How to Manage an Ankle Sprain Most people have experienced a rolled ankle in their lifetime, and they can happen any time, anywhere. Although sport, especially those involving a lot of jumping and changing direction, are responsible for many ankle sprains, they can also occur due to something as simple as stepping off a curb incorrectly. Because of this, it is important to know how to look after a rolled ankle to make sure that it heals as quickly as possible.
Most commonly, an ankle sprain occurs when the foot lands on something (another foot, a rock etc) and rolls outwards. This places strain on the ligaments on the outside of the ankle, resulting in stretching or tearing of these ligaments depending on the amount of force involved.
What should I do immediately after spraining my ankle? The most important thing to do after rolling an ankle is to rest. If you are playing sport, this means stopping immediately. As soon as a ligament is overstretched, swelling will occur. If you continue to play or use the ankle after it has been injured, there is a greater chance that it will bleed and swell excessively and then take much longer to heal. Ice should then be applied and the ankle elevated as soon as possible. The higher the better â€“ lying down with your foot up is best. This will slow down the swelling and give it the best chance of healing quickly. Applying some form of compression, like a bandage, will also help. This initial treatment can be used for 48-72 hours after the injury, but it is advisable that you have the ankle assessed as soon as possible. A physiotherapist will be able to diagnose the injury, give you an expected recovery time, formulate a treatment plan to ensure you return to 100% and organise any imaging such as xrays, CT scans or MRI scans if required.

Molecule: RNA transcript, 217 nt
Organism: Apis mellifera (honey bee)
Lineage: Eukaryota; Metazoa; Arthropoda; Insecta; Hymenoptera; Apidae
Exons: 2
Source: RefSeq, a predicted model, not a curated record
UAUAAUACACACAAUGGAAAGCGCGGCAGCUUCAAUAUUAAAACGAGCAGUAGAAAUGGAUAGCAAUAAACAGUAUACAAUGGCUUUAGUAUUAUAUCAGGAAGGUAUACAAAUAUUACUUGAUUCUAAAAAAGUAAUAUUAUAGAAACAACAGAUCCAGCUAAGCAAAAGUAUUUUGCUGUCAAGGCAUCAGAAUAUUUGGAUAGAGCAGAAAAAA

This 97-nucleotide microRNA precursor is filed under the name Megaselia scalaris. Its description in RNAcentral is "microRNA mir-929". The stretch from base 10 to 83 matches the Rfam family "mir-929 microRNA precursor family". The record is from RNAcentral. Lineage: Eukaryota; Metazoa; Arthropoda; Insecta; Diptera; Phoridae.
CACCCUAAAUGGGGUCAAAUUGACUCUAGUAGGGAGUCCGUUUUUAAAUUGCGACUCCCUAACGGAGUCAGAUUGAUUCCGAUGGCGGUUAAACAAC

Will I need ongoing treatment? Long term treatment for an ankle sprain involves returning to full weight bearing and normal walking as soon as possible. Techniques such as massage and joint mobilisation can be used to return the ankle to full movement and an exercise program will be gradually increased in difficulty to make sure you regain your strength and balance. Some exercises that may be used in the long term rehabilitation of an ankle sprain are: 1. Balancing on a cushion or folded towel 2. Hopping/landing drills 3. Pushing the foot outwards against the resistance of an exercise band
Although ankle sprains are common, they are not all the same, which is why it is important to have your injury properly assessed and diagnosed before beginning a rehabilitation program. http://northwestphysio.com.au/